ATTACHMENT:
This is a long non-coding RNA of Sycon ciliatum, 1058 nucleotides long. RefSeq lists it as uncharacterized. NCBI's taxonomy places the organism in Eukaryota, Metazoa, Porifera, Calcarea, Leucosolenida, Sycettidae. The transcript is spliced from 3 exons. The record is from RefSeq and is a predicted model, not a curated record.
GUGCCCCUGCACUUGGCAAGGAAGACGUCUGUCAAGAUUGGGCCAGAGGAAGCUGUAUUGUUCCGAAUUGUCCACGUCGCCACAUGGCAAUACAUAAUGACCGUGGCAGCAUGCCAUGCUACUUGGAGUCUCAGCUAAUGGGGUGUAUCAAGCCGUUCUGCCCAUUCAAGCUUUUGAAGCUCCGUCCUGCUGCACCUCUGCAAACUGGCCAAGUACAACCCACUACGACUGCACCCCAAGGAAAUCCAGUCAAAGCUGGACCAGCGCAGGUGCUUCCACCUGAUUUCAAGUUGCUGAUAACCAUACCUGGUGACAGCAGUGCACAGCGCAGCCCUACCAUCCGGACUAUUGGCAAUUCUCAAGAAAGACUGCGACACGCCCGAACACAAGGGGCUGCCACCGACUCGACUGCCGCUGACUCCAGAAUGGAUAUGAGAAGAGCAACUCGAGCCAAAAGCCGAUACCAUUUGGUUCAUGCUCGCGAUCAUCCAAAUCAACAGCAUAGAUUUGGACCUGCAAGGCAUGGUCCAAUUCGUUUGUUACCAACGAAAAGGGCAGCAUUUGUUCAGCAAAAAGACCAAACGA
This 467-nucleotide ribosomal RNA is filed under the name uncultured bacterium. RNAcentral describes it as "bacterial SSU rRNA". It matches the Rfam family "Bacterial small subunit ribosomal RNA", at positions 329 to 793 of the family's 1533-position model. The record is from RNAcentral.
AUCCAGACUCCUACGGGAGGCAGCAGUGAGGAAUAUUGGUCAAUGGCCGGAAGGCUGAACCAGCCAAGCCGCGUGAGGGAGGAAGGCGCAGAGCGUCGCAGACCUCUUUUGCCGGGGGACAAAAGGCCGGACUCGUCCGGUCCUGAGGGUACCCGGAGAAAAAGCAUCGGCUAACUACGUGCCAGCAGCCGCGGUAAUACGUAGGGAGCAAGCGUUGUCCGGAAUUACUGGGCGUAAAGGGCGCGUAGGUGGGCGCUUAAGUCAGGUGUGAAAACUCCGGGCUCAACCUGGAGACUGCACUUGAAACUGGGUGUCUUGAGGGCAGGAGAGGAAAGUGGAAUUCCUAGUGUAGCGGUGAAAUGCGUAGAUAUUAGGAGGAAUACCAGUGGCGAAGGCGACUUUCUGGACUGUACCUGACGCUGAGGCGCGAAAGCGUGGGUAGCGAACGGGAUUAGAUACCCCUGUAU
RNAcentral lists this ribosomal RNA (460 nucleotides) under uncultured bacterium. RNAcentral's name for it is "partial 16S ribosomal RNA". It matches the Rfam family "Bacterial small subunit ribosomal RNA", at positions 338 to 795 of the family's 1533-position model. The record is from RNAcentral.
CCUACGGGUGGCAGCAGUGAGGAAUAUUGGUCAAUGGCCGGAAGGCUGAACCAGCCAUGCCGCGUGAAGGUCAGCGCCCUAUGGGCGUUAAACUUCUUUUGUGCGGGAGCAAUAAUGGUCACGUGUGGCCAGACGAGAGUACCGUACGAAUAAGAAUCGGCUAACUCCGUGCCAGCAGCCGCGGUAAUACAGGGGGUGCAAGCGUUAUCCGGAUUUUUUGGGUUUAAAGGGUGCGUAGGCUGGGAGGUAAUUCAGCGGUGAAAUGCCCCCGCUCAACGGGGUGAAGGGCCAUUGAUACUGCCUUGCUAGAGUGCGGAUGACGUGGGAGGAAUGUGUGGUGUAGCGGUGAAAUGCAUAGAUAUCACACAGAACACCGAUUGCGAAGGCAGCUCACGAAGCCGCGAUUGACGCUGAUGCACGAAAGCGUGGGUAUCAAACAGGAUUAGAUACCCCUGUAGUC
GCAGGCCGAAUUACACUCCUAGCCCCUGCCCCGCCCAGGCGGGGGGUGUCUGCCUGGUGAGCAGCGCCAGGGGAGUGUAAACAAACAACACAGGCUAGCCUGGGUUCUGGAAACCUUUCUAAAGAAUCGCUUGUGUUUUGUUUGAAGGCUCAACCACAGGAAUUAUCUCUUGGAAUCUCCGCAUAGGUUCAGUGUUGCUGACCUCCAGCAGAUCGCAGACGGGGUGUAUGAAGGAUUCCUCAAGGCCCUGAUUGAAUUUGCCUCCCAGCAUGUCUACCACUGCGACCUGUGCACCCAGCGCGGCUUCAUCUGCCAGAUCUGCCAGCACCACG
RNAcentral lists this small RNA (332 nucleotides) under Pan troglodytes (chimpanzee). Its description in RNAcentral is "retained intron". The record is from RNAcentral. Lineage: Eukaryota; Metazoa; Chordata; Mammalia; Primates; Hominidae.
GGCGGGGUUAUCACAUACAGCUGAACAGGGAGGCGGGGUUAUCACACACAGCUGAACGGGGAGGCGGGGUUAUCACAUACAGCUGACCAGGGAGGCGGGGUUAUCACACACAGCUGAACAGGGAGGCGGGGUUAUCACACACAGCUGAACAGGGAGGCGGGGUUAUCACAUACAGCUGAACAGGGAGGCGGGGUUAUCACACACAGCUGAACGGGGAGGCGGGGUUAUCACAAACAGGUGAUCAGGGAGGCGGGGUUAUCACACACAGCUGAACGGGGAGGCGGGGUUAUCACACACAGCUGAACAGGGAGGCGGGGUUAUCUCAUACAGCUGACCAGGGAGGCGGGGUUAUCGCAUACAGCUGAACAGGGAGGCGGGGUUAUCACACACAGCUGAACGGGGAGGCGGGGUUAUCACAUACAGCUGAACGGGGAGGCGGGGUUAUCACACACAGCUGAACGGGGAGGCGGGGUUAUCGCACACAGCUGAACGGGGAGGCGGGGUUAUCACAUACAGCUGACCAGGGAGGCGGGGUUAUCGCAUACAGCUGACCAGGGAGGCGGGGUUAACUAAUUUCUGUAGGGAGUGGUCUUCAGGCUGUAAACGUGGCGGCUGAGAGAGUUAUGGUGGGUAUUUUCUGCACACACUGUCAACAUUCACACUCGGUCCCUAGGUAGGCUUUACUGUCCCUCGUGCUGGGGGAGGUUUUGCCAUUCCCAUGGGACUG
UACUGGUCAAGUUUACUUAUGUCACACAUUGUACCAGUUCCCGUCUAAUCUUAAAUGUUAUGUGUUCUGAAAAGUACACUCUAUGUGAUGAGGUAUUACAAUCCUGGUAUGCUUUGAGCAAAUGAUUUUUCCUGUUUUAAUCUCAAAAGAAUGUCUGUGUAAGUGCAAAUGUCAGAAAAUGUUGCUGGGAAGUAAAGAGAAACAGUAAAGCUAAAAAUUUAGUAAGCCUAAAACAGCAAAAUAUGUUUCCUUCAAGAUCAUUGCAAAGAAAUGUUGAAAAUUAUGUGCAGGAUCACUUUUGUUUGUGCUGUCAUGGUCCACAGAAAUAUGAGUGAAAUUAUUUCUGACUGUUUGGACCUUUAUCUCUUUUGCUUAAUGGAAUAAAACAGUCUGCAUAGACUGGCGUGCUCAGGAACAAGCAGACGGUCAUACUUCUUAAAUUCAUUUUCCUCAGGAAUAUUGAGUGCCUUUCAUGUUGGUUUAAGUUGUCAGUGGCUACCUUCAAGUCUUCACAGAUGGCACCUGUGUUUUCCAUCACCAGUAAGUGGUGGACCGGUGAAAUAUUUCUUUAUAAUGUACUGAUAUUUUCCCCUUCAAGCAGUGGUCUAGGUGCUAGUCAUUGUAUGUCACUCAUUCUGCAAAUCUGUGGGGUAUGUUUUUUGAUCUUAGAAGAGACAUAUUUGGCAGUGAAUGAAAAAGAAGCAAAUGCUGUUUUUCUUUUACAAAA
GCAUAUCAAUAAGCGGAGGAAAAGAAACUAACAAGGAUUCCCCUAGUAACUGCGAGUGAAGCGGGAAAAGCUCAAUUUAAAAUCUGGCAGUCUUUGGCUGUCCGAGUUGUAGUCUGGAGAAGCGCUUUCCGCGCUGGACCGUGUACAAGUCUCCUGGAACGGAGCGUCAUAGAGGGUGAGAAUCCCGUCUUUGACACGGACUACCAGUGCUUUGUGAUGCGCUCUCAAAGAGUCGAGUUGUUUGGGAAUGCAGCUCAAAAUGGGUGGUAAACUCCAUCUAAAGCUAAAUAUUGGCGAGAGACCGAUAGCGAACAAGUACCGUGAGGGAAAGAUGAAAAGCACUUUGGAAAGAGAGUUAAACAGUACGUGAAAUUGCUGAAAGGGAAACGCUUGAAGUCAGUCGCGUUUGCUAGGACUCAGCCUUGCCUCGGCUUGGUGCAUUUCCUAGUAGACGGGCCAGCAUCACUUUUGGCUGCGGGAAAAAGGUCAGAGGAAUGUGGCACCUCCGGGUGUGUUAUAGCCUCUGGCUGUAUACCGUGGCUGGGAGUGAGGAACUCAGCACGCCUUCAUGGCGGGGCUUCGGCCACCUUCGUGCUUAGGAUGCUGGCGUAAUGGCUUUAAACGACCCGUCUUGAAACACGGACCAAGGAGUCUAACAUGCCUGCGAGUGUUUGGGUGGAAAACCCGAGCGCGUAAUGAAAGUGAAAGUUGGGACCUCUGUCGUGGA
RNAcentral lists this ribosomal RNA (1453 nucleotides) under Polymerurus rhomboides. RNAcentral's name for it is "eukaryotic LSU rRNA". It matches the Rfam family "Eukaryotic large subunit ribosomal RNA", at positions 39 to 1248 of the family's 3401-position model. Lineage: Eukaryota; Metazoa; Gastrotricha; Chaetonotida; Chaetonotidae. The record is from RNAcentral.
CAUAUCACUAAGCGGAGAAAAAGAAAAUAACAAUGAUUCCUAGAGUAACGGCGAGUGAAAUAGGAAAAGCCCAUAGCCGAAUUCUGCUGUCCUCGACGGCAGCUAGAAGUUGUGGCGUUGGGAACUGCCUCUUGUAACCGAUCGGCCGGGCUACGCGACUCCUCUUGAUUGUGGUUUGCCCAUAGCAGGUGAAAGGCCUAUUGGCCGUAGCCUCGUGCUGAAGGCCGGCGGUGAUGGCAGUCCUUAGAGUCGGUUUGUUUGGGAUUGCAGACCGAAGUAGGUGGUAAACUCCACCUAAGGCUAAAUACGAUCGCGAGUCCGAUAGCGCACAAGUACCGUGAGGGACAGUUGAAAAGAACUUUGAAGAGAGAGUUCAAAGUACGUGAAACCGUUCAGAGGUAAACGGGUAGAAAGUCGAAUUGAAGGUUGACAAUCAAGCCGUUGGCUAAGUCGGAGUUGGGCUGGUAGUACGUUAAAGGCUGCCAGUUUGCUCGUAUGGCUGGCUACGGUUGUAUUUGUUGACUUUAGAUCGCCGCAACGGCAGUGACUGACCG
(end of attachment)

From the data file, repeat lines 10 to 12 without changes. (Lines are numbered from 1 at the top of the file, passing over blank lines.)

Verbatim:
UACUGGUCAAGUUUACUUAUGUCACACAUUGUACCAGUUCCCGUCUAAUCUUAAAUGUUAUGUGUUCUGAAAAGUACACUCUAUGUGAUGAGGUAUUACAAUCCUGGUAUGCUUUGAGCAAAUGAUUUUUCCUGUUUUAAUCUCAAAAGAAUGUCUGUGUAAGUGCAAAUGUCAGAAAAUGUUGCUGGGAAGUAAAGAGAAACAGUAAAGCUAAAAAUUUAGUAAGCCUAAAACAGCAAAAUAUGUUUCCUUCAAGAUCAUUGCAAAGAAAUGUUGAAAAUUAUGUGCAGGAUCACUUUUGUUUGUGCUGUCAUGGUCCACAGAAAUAUGAGUGAAAUUAUUUCUGACUGUUUGGACCUUUAUCUCUUUUGCUUAAUGGAAUAAAACAGUCUGCAUAGACUGGCGUGCUCAGGAACAAGCAGACGGUCAUACUUCUUAAAUUCAUUUUCCUCAGGAAUAUUGAGUGCCUUUCAUGUUGGUUUAAGUUGUCAGUGGCUACCUUCAAGUCUUCACAGAUGGCACCUGUGUUUUCCAUCACCAGUAAGUGGUGGACCGGUGAAAUAUUUCUUUAUAAUGUACUGAUAUUUUCCCCUUCAAGCAGUGGUCUAGGUGCUAGUCAUUGUAUGUCACUCAUUCUGCAAAUCUGUGGGGUAUGUUUUUUGAUCUUAGAAGAGACAUAUUUGGCAGUGAAUGAAAAAGAAGCAAAUGCUGUUUUUCUUUUACAAAA
GCAUAUCAAUAAGCGGAGGAAAAGAAACUAACAAGGAUUCCCCUAGUAACUGCGAGUGAAGCGGGAAAAGCUCAAUUUAAAAUCUGGCAGUCUUUGGCUGUCCGAGUUGUAGUCUGGAGAAGCGCUUUCCGCGCUGGACCGUGUACAAGUCUCCUGGAACGGAGCGUCAUAGAGGGUGAGAAUCCCGUCUUUGACACGGACUACCAGUGCUUUGUGAUGCGCUCUCAAAGAGUCGAGUUGUUUGGGAAUGCAGCUCAAAAUGGGUGGUAAACUCCAUCUAAAGCUAAAUAUUGGCGAGAGACCGAUAGCGAACAAGUACCGUGAGGGAAAGAUGAAAAGCACUUUGGAAAGAGAGUUAAACAGUACGUGAAAUUGCUGAAAGGGAAACGCUUGAAGUCAGUCGCGUUUGCUAGGACUCAGCCUUGCCUCGGCUUGGUGCAUUUCCUAGUAGACGGGCCAGCAUCACUUUUGGCUGCGGGAAAAAGGUCAGAGGAAUGUGGCACCUCCGGGUGUGUUAUAGCCUCUGGCUGUAUACCGUGGCUGGGAGUGAGGAACUCAGCACGCCUUCAUGGCGGGGCUUCGGCCACCUUCGUGCUUAGGAUGCUGGCGUAAUGGCUUUAAACGACCCGUCUUGAAACACGGACCAAGGAGUCUAACAUGCCUGCGAGUGUUUGGGUGGAAAACCCGAGCGCGUAAUGAAAGUGAAAGUUGGGACCUCUGUCGUGGA
RNAcentral lists this ribosomal RNA (1453 nucleotides) under Polymerurus rhomboides. RNAcentral's name for it is "eukaryotic LSU rRNA". It matches the Rfam family "Eukaryotic large subunit ribosomal RNA", at positions 39 to 1248 of the family's 3401-position model. Lineage: Eukaryota; Metazoa; Gastrotricha; Chaetonotida; Chaetonotidae. The record is from RNAcentral.